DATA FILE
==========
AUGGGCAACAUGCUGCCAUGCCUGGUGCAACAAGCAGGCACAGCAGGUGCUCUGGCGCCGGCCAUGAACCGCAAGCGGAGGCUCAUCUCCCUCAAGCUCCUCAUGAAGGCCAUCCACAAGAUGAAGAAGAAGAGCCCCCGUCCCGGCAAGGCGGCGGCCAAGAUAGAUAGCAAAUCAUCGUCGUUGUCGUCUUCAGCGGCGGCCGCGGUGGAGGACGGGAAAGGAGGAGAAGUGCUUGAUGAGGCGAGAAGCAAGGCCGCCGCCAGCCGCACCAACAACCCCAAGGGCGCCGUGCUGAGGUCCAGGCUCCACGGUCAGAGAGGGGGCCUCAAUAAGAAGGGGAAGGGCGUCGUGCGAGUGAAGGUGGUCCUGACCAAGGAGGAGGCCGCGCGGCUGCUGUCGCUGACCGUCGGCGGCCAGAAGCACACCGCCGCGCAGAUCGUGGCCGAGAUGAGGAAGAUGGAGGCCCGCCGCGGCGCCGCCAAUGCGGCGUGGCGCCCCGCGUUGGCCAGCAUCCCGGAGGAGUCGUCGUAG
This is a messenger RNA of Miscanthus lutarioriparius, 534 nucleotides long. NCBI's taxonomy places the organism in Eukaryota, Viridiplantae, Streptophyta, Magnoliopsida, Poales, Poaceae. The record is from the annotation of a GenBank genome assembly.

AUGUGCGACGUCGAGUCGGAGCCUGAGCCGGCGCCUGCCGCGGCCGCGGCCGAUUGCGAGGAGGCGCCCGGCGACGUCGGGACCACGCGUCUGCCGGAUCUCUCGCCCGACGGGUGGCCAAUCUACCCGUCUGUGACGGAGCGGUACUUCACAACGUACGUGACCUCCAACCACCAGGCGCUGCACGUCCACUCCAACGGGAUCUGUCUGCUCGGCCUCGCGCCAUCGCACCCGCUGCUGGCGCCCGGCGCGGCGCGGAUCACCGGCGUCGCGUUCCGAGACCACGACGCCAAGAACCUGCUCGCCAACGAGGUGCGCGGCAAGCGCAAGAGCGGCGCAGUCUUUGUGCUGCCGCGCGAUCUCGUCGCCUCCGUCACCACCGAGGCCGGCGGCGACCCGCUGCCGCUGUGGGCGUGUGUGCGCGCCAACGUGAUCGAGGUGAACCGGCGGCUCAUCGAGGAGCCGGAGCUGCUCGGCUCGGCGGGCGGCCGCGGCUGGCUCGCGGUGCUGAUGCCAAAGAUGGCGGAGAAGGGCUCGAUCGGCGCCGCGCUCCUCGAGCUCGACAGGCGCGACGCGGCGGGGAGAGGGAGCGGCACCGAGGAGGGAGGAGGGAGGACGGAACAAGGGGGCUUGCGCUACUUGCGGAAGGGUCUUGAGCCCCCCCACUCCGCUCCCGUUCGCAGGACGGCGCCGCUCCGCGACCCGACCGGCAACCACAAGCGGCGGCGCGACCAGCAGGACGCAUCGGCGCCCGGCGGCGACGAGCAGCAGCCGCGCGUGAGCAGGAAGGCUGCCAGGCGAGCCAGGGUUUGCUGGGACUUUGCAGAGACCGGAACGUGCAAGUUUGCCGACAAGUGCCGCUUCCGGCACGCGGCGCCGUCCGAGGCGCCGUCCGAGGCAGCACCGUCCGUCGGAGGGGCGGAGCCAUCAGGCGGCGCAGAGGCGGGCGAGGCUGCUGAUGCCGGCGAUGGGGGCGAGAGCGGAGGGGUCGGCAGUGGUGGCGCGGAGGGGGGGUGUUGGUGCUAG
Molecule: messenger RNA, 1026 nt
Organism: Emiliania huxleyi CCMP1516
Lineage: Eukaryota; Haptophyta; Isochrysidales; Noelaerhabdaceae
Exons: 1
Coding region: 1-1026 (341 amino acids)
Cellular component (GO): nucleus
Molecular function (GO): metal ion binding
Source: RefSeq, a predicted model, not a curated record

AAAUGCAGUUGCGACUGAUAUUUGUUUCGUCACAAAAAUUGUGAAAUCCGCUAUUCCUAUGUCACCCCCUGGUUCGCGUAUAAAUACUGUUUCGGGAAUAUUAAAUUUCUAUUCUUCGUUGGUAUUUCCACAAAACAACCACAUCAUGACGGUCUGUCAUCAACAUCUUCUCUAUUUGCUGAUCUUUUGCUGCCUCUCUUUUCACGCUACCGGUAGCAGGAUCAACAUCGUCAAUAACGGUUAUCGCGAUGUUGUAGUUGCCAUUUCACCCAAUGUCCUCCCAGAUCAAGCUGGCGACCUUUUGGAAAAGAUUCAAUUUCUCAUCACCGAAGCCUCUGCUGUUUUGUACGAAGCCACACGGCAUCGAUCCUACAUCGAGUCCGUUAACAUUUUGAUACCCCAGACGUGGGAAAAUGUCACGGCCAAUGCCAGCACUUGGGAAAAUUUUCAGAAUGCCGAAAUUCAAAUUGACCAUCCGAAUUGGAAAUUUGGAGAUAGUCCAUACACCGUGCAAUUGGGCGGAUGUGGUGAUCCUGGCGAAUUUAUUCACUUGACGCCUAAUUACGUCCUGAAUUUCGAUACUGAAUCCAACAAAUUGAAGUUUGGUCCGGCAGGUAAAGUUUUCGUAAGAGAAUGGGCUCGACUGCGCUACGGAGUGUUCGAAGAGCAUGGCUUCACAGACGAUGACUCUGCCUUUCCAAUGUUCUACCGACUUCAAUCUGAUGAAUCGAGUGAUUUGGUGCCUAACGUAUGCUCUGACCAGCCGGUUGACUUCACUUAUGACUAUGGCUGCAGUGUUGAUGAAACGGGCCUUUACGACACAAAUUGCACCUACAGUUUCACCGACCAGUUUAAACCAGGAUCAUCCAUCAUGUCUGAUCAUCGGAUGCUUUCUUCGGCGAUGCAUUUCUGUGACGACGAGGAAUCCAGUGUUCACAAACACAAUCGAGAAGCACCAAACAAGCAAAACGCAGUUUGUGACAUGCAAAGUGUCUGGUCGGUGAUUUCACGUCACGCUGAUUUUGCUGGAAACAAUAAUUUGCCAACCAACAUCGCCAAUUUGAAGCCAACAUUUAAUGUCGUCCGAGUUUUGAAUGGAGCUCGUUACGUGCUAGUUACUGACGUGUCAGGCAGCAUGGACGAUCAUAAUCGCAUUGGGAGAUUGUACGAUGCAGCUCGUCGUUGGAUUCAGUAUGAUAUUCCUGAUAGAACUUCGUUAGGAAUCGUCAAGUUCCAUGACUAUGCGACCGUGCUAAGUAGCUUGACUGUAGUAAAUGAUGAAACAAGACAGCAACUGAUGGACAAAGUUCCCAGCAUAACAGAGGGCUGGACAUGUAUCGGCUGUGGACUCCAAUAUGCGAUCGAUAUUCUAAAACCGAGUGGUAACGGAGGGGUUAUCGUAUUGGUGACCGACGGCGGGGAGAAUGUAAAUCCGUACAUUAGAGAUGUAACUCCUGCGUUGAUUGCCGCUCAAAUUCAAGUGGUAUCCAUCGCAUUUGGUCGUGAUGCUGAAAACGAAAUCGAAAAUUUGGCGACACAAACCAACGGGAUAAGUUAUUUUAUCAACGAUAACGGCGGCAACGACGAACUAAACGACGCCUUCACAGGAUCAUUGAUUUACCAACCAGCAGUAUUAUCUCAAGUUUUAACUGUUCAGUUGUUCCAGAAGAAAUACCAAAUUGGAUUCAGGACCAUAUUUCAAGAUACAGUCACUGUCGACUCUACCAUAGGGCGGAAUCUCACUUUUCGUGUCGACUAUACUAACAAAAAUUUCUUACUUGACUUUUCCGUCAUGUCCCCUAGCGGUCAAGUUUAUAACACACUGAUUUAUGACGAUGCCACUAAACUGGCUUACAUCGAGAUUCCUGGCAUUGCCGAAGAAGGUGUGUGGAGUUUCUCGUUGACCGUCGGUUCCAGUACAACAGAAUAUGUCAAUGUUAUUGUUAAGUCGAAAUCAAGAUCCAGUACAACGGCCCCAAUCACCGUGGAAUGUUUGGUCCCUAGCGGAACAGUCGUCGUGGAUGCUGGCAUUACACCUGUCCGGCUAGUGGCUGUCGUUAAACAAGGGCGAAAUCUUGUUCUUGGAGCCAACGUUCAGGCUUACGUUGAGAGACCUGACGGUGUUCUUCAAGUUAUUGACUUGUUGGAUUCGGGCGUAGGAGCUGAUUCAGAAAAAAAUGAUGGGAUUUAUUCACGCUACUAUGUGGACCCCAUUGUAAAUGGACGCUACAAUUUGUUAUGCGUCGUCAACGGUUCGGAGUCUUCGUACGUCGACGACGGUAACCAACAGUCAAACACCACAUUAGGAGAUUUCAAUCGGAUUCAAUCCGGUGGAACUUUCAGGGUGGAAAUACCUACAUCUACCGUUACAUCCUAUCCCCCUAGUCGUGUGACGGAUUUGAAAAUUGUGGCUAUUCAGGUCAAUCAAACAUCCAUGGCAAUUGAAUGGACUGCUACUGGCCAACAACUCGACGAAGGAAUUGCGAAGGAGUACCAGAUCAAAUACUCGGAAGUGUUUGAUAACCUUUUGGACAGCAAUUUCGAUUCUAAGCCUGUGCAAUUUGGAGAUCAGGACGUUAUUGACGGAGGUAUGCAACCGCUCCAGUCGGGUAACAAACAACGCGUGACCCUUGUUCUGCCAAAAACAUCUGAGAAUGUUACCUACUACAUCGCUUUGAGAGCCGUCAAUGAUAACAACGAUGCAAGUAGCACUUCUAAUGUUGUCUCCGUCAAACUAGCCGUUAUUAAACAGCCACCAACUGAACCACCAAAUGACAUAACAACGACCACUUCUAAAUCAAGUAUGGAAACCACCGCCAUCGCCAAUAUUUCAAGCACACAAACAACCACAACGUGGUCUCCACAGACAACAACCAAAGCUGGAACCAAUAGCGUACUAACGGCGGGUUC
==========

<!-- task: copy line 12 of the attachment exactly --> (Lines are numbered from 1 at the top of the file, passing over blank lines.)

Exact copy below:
AAAUGCAGUUGCGACUGAUAUUUGUUUCGUCACAAAAAUUGUGAAAUCCGCUAUUCCUAUGUCACCCCCUGGUUCGCGUAUAAAUACUGUUUCGGGAAUAUUAAAUUUCUAUUCUUCGUUGGUAUUUCCACAAAACAACCACAUCAUGACGGUCUGUCAUCAACAUCUUCUCUAUUUGCUGAUCUUUUGCUGCCUCUCUUUUCACGCUACCGGUAGCAGGAUCAACAUCGUCAAUAACGGUUAUCGCGAUGUUGUAGUUGCCAUUUCACCCAAUGUCCUCCCAGAUCAAGCUGGCGACCUUUUGGAAAAGAUUCAAUUUCUCAUCACCGAAGCCUCUGCUGUUUUGUACGAAGCCACACGGCAUCGAUCCUACAUCGAGUCCGUUAACAUUUUGAUACCCCAGACGUGGGAAAAUGUCACGGCCAAUGCCAGCACUUGGGAAAAUUUUCAGAAUGCCGAAAUUCAAAUUGACCAUCCGAAUUGGAAAUUUGGAGAUAGUCCAUACACCGUGCAAUUGGGCGGAUGUGGUGAUCCUGGCGAAUUUAUUCACUUGACGCCUAAUUACGUCCUGAAUUUCGAUACUGAAUCCAACAAAUUGAAGUUUGGUCCGGCAGGUAAAGUUUUCGUAAGAGAAUGGGCUCGACUGCGCUACGGAGUGUUCGAAGAGCAUGGCUUCACAGACGAUGACUCUGCCUUUCCAAUGUUCUACCGACUUCAAUCUGAUGAAUCGAGUGAUUUGGUGCCUAACGUAUGCUCUGACCAGCCGGUUGACUUCACUUAUGACUAUGGCUGCAGUGUUGAUGAAACGGGCCUUUACGACACAAAUUGCACCUACAGUUUCACCGACCAGUUUAAACCAGGAUCAUCCAUCAUGUCUGAUCAUCGGAUGCUUUCUUCGGCGAUGCAUUUCUGUGACGACGAGGAAUCCAGUGUUCACAAACACAAUCGAGAAGCACCAAACAAGCAAAACGCAGUUUGUGACAUGCAAAGUGUCUGGUCGGUGAUUUCACGUCACGCUGAUUUUGCUGGAAACAAUAAUUUGCCAACCAACAUCGCCAAUUUGAAGCCAACAUUUAAUGUCGUCCGAGUUUUGAAUGGAGCUCGUUACGUGCUAGUUACUGACGUGUCAGGCAGCAUGGACGAUCAUAAUCGCAUUGGGAGAUUGUACGAUGCAGCUCGUCGUUGGAUUCAGUAUGAUAUUCCUGAUAGAACUUCGUUAGGAAUCGUCAAGUUCCAUGACUAUGCGACCGUGCUAAGUAGCUUGACUGUAGUAAAUGAUGAAACAAGACAGCAACUGAUGGACAAAGUUCCCAGCAUAACAGAGGGCUGGACAUGUAUCGGCUGUGGACUCCAAUAUGCGAUCGAUAUUCUAAAACCGAGUGGUAACGGAGGGGUUAUCGUAUUGGUGACCGACGGCGGGGAGAAUGUAAAUCCGUACAUUAGAGAUGUAACUCCUGCGUUGAUUGCCGCUCAAAUUCAAGUGGUAUCCAUCGCAUUUGGUCGUGAUGCUGAAAACGAAAUCGAAAAUUUGGCGACACAAACCAACGGGAUAAGUUAUUUUAUCAACGAUAACGGCGGCAACGACGAACUAAACGACGCCUUCACAGGAUCAUUGAUUUACCAACCAGCAGUAUUAUCUCAAGUUUUAACUGUUCAGUUGUUCCAGAAGAAAUACCAAAUUGGAUUCAGGACCAUAUUUCAAGAUACAGUCACUGUCGACUCUACCAUAGGGCGGAAUCUCACUUUUCGUGUCGACUAUACUAACAAAAAUUUCUUACUUGACUUUUCCGUCAUGUCCCCUAGCGGUCAAGUUUAUAACACACUGAUUUAUGACGAUGCCACUAAACUGGCUUACAUCGAGAUUCCUGGCAUUGCCGAAGAAGGUGUGUGGAGUUUCUCGUUGACCGUCGGUUCCAGUACAACAGAAUAUGUCAAUGUUAUUGUUAAGUCGAAAUCAAGAUCCAGUACAACGGCCCCAAUCACCGUGGAAUGUUUGGUCCCUAGCGGAACAGUCGUCGUGGAUGCUGGCAUUACACCUGUCCGGCUAGUGGCUGUCGUUAAACAAGGGCGAAAUCUUGUUCUUGGAGCCAACGUUCAGGCUUACGUUGAGAGACCUGACGGUGUUCUUCAAGUUAUUGACUUGUUGGAUUCGGGCGUAGGAGCUGAUUCAGAAAAAAAUGAUGGGAUUUAUUCACGCUACUAUGUGGACCCCAUUGUAAAUGGACGCUACAAUUUGUUAUGCGUCGUCAACGGUUCGGAGUCUUCGUACGUCGACGACGGUAACCAACAGUCAAACACCACAUUAGGAGAUUUCAAUCGGAUUCAAUCCGGUGGAACUUUCAGGGUGGAAAUACCUACAUCUACCGUUACAUCCUAUCCCCCUAGUCGUGUGACGGAUUUGAAAAUUGUGGCUAUUCAGGUCAAUCAAACAUCCAUGGCAAUUGAAUGGACUGCUACUGGCCAACAACUCGACGAAGGAAUUGCGAAGGAGUACCAGAUCAAAUACUCGGAAGUGUUUGAUAACCUUUUGGACAGCAAUUUCGAUUCUAAGCCUGUGCAAUUUGGAGAUCAGGACGUUAUUGACGGAGGUAUGCAACCGCUCCAGUCGGGUAACAAACAACGCGUGACCCUUGUUCUGCCAAAAACAUCUGAGAAUGUUACCUACUACAUCGCUUUGAGAGCCGUCAAUGAUAACAACGAUGCAAGUAGCACUUCUAAUGUUGUCUCCGUCAAACUAGCCGUUAUUAAACAGCCACCAACUGAACCACCAAAUGACAUAACAACGACCACUUCUAAAUCAAGUAUGGAAACCACCGCCAUCGCCAAUAUUUCAAGCACACAAACAACCACAACGUGGUCUCCACAGACAACAACCAAAGCUGGAACCAAUAGCGUACUAACGGCGGGUUC